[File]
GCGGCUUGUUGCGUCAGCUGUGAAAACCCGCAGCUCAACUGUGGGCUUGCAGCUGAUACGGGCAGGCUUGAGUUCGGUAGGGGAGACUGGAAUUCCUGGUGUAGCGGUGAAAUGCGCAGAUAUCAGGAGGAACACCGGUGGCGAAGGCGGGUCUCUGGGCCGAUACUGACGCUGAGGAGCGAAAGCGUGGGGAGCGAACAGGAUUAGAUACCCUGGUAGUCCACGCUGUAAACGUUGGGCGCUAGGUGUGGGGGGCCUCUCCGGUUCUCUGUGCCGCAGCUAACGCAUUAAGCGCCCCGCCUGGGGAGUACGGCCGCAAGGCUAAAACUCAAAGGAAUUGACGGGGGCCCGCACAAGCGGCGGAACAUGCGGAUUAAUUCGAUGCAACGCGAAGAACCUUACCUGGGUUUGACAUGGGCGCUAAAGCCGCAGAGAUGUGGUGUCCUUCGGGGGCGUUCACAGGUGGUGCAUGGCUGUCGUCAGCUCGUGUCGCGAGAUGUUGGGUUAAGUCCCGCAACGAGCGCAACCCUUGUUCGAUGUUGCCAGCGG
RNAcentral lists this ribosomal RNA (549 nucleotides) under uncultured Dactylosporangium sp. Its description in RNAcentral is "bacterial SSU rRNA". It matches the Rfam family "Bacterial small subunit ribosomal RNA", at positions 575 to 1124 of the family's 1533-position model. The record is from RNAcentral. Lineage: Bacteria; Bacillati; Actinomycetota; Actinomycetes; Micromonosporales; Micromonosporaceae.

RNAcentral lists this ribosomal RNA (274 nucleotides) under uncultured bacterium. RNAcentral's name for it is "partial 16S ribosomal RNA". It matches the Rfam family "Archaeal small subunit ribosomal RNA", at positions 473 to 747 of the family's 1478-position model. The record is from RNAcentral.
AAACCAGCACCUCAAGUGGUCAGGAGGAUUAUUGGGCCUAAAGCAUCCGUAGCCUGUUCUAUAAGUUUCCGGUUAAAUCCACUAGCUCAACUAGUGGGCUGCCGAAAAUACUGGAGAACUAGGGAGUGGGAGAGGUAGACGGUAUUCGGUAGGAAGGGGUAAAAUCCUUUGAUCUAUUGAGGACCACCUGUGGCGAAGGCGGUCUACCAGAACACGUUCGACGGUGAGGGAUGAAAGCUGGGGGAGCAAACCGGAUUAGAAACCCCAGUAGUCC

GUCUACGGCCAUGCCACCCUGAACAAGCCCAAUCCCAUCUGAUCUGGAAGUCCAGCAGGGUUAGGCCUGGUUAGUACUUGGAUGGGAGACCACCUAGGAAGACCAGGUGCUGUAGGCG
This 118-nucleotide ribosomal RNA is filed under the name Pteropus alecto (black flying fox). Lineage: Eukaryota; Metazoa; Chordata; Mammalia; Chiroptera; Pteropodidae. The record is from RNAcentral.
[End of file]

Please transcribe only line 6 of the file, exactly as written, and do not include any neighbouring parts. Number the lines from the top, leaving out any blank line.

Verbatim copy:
This 118-nucleotide ribosomal RNA is filed under the name Pteropus alecto (black flying fox). Lineage: Eukaryota; Metazoa; Chordata; Mammalia; Chiroptera; Pteropodidae. The record is from RNAcentral.